Oil and natural gas companies are America’s top investors in zero- and low-greenhouse gas emissions technologies, according to a study commissioned by the American Petroleum Institute (API).
The study by T2 and Associates examined investments in GHG mitigation technologies from 2000 through 2012. During that period, the US oil and natural gas industry directly invested about $81 billion in GHG mitigation technologies, it says.
Other US industries invested an estimated $91.2 billion, and the federal government invested an estimated $79.7 billion.
Other private companies making significant investments to reduce GHG emissions include the automotive industry, agricultural sector, electric utilities and renewable fuels producers, the report says.
Oil and natural gas industry expenditures on GHG mitigation more than double — to $165.4 billion — when the total includes shale investments, according to the report.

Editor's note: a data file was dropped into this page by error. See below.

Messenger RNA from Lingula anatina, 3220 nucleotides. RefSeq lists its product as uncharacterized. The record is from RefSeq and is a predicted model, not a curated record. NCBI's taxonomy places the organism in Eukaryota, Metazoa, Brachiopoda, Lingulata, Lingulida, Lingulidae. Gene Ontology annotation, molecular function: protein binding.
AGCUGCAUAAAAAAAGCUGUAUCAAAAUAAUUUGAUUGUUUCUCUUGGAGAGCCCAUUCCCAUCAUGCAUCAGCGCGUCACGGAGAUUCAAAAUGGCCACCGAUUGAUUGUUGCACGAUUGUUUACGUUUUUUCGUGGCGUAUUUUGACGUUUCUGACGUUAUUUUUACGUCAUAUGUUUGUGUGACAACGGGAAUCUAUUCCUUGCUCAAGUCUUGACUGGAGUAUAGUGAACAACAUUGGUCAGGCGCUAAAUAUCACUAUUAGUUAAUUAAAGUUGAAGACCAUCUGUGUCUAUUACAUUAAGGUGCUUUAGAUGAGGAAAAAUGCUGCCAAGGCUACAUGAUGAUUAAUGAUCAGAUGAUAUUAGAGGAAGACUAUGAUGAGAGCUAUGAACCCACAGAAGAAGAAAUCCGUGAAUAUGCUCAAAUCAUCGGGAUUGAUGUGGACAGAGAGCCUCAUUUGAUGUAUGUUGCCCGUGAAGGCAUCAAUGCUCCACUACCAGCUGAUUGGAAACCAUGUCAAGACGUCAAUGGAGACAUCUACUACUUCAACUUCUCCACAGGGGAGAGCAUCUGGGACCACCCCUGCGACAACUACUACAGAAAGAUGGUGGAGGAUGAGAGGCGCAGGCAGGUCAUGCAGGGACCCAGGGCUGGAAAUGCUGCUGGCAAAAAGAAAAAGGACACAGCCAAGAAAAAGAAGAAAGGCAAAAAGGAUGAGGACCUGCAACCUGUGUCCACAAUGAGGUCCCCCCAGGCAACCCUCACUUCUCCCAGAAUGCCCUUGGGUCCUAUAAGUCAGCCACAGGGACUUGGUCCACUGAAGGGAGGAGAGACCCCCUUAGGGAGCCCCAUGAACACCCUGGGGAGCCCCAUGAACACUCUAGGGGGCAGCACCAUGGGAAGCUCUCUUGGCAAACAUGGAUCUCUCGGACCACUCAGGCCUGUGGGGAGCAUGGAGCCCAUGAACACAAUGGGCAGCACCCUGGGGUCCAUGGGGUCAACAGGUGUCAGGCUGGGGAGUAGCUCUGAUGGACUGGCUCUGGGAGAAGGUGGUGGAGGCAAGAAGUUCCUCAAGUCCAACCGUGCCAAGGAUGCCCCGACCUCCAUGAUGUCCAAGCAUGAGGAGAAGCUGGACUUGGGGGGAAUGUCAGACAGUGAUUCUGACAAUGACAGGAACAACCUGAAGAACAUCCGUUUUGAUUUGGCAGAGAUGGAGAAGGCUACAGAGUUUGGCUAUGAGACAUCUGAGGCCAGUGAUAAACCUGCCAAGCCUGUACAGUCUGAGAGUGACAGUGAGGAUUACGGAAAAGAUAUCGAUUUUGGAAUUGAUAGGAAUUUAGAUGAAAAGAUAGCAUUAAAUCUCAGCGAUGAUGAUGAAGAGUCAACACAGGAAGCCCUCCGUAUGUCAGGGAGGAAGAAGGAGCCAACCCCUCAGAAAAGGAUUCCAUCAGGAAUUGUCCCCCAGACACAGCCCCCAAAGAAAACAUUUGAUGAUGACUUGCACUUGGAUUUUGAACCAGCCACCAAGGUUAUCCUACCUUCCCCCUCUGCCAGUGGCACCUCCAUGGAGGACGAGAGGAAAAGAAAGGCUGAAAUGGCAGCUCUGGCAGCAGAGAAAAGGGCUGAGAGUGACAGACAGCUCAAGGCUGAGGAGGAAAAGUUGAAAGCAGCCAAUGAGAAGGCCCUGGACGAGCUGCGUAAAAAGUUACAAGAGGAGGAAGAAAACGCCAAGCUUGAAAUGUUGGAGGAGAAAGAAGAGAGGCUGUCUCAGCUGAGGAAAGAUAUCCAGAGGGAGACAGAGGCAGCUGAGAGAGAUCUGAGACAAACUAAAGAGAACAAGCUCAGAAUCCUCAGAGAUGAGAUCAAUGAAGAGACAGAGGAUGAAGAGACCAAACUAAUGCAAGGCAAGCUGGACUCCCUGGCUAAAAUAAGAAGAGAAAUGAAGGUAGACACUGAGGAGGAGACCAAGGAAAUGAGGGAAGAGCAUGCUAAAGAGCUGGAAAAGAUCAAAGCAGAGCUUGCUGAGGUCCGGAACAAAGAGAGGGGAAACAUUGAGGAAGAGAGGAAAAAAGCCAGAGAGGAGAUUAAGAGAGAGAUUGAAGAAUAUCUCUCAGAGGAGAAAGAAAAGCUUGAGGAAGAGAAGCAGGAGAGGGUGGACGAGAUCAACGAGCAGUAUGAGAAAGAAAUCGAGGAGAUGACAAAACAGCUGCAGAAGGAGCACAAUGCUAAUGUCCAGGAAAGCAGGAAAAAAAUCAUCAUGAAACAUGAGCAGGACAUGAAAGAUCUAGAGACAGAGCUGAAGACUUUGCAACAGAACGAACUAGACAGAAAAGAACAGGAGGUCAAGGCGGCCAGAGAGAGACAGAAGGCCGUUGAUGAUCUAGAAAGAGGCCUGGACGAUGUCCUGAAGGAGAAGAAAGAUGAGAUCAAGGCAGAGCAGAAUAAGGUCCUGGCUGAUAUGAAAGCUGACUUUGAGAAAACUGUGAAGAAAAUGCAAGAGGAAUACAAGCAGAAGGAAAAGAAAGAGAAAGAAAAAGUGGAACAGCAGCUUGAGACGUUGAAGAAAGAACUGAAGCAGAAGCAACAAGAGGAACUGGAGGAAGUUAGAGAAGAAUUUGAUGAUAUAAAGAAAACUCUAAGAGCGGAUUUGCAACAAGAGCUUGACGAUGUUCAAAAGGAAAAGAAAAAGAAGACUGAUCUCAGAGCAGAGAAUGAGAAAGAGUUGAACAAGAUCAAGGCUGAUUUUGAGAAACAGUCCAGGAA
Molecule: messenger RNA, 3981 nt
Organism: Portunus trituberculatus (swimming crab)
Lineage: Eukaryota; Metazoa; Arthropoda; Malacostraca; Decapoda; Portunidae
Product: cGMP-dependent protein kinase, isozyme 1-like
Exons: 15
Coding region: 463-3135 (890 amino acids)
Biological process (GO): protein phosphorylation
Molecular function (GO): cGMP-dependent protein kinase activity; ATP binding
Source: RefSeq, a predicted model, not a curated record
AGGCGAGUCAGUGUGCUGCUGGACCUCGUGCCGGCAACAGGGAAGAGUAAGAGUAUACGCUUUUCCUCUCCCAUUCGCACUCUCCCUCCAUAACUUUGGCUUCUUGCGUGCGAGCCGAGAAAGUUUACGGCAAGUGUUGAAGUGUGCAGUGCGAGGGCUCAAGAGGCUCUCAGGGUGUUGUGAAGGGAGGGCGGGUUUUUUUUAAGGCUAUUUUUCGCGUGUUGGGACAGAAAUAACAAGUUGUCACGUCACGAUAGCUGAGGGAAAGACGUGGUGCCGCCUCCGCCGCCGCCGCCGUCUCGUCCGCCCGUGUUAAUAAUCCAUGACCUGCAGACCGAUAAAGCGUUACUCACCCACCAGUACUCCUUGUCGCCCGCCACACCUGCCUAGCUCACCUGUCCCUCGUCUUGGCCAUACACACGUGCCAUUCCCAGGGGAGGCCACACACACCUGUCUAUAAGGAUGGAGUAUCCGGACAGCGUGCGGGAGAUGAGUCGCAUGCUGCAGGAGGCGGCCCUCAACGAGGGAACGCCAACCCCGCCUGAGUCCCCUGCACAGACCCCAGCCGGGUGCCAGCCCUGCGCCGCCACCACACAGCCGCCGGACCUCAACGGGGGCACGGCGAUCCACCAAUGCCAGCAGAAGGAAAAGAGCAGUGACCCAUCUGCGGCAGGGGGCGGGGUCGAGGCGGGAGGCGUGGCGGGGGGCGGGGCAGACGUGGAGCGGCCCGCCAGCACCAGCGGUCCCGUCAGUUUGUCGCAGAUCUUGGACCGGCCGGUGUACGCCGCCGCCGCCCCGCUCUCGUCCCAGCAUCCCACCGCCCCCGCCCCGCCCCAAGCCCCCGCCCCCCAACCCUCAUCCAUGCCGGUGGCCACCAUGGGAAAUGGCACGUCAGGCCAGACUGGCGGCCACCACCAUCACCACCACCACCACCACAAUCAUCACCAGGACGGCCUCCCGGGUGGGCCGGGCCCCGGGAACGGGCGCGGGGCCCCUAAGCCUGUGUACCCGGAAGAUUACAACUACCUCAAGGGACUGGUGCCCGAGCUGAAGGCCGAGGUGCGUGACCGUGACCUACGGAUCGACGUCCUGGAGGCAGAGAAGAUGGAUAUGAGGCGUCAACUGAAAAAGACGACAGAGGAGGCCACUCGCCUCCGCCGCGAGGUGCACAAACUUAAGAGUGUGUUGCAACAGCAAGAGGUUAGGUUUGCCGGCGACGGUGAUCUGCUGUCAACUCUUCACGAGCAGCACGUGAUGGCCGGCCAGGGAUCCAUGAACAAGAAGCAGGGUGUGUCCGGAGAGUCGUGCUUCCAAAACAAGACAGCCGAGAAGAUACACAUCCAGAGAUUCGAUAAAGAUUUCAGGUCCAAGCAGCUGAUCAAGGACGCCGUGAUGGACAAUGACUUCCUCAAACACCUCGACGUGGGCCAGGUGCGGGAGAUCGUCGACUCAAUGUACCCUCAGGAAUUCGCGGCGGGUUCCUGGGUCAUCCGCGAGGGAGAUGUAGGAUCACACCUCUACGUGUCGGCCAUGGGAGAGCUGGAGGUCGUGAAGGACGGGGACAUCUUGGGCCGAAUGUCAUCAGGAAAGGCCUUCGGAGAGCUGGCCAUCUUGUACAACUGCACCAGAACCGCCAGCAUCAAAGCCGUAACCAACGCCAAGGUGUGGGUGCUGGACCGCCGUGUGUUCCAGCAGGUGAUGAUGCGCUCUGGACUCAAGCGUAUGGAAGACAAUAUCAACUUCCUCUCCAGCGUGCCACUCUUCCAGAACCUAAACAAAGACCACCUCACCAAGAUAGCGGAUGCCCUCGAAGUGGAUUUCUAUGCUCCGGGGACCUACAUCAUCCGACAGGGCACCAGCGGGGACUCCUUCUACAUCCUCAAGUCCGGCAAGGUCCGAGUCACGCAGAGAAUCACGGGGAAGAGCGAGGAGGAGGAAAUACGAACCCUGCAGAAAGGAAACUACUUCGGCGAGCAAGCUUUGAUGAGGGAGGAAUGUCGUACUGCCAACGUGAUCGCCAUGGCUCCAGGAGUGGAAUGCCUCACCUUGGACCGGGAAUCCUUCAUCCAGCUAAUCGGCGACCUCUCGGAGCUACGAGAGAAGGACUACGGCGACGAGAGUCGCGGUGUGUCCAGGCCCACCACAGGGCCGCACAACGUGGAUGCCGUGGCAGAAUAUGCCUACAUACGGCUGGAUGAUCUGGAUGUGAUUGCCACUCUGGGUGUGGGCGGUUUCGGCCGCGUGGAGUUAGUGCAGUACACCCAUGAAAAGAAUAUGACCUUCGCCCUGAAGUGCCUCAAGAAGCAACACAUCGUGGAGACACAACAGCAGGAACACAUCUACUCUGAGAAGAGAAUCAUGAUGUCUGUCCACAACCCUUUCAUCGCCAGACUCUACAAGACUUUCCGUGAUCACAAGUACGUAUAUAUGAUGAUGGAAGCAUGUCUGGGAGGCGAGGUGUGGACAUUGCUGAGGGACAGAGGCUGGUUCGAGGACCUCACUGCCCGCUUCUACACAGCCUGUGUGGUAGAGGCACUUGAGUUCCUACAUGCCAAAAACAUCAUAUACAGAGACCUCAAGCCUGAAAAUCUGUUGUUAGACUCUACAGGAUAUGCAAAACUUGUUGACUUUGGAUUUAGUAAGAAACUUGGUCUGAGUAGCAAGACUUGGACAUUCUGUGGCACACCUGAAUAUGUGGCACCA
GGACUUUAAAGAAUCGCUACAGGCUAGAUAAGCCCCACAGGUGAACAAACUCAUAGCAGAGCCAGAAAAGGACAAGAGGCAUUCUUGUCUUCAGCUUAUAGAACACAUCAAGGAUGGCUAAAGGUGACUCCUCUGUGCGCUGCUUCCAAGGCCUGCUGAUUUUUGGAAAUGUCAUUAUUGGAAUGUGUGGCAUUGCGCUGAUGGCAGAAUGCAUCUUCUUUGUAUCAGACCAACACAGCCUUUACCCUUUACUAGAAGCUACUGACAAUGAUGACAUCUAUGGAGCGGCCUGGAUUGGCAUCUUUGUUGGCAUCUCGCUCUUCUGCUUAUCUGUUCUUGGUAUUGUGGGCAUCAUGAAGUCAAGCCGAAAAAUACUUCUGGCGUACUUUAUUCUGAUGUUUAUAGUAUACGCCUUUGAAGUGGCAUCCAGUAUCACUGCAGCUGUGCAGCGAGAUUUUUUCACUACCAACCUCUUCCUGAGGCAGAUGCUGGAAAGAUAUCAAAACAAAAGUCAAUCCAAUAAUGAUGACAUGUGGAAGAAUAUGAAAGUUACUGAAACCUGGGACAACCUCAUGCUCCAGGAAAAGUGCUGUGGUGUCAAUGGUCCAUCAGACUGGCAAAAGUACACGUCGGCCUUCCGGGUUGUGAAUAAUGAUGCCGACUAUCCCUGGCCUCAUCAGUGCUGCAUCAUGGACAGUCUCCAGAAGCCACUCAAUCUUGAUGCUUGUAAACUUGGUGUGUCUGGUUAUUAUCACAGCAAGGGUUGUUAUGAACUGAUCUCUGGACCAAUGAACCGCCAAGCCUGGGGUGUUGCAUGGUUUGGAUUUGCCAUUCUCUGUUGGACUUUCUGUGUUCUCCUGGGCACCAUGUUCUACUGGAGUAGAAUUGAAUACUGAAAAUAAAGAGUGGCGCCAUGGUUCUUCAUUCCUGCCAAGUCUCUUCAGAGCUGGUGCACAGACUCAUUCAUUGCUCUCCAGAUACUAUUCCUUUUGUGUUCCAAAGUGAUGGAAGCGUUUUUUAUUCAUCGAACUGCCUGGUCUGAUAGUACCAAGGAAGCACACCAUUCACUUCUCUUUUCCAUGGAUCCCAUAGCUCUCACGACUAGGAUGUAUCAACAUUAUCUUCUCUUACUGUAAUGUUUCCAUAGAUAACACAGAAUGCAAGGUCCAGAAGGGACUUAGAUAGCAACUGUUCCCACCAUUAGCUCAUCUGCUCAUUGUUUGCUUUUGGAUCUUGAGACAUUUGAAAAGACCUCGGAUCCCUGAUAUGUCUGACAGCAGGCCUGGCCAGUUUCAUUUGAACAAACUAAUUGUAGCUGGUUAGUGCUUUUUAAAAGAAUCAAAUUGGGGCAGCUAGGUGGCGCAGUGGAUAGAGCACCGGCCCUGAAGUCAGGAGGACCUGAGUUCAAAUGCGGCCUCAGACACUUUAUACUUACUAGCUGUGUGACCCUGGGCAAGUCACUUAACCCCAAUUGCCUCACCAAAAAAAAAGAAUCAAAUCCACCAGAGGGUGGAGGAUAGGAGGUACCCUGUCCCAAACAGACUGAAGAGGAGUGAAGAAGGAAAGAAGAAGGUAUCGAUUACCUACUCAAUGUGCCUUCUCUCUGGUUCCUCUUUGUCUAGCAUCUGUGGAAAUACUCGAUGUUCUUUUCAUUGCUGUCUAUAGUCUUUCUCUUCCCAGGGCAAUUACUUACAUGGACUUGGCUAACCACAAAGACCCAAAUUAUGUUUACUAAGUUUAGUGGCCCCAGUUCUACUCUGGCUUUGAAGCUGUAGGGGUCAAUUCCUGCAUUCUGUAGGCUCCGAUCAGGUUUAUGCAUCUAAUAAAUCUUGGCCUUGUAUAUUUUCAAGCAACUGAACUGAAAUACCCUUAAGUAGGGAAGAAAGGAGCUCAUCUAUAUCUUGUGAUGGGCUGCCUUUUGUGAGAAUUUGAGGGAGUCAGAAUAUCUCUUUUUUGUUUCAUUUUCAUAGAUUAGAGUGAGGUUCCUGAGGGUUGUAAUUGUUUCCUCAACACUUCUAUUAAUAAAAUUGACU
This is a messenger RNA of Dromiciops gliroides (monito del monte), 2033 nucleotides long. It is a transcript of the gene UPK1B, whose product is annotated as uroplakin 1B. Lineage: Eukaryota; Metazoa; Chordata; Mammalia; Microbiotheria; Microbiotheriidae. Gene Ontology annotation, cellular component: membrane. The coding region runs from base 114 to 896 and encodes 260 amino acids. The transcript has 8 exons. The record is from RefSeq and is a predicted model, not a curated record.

During the study period, the oil and natural gas industry was responsible for approximately $11.4 billion, or one out of every six dollars, invested in non-hydrocarbon resources, including wind, solar, geothermal and biomass technologies. The industry also has adopted methods to reuse excess heat from refineries and permanently sequester CO2. From 2011 to 2012, these and other investments allowed the US oil and natural gas industry to directly reduce GHG emissions by the equivalent of 53.6 million metric tons of CO2, the report says.
API Vice President for Policy and Economic Analysis Kyle Isakower says the study shows that the oil and gas industry has played a key role in driving US CO2 emissions to their lowest level in almost 20 years. He says the industry will continue to provide environmental benefits — “but only if misguided tax policies don’t stand in the way of energy innovation.”
Last month API and the American Fuel and Petrochemical Manufacturers (AFPM) petitioned the EPA to lower the 18.15 billion 2014 renewable fuel mandate to about 14.8 billion gallons.
The oil industry groups say the partial waver is needed to avoid “severe economic harm that will result from exceeding the 10 percent ethanol blendwall.”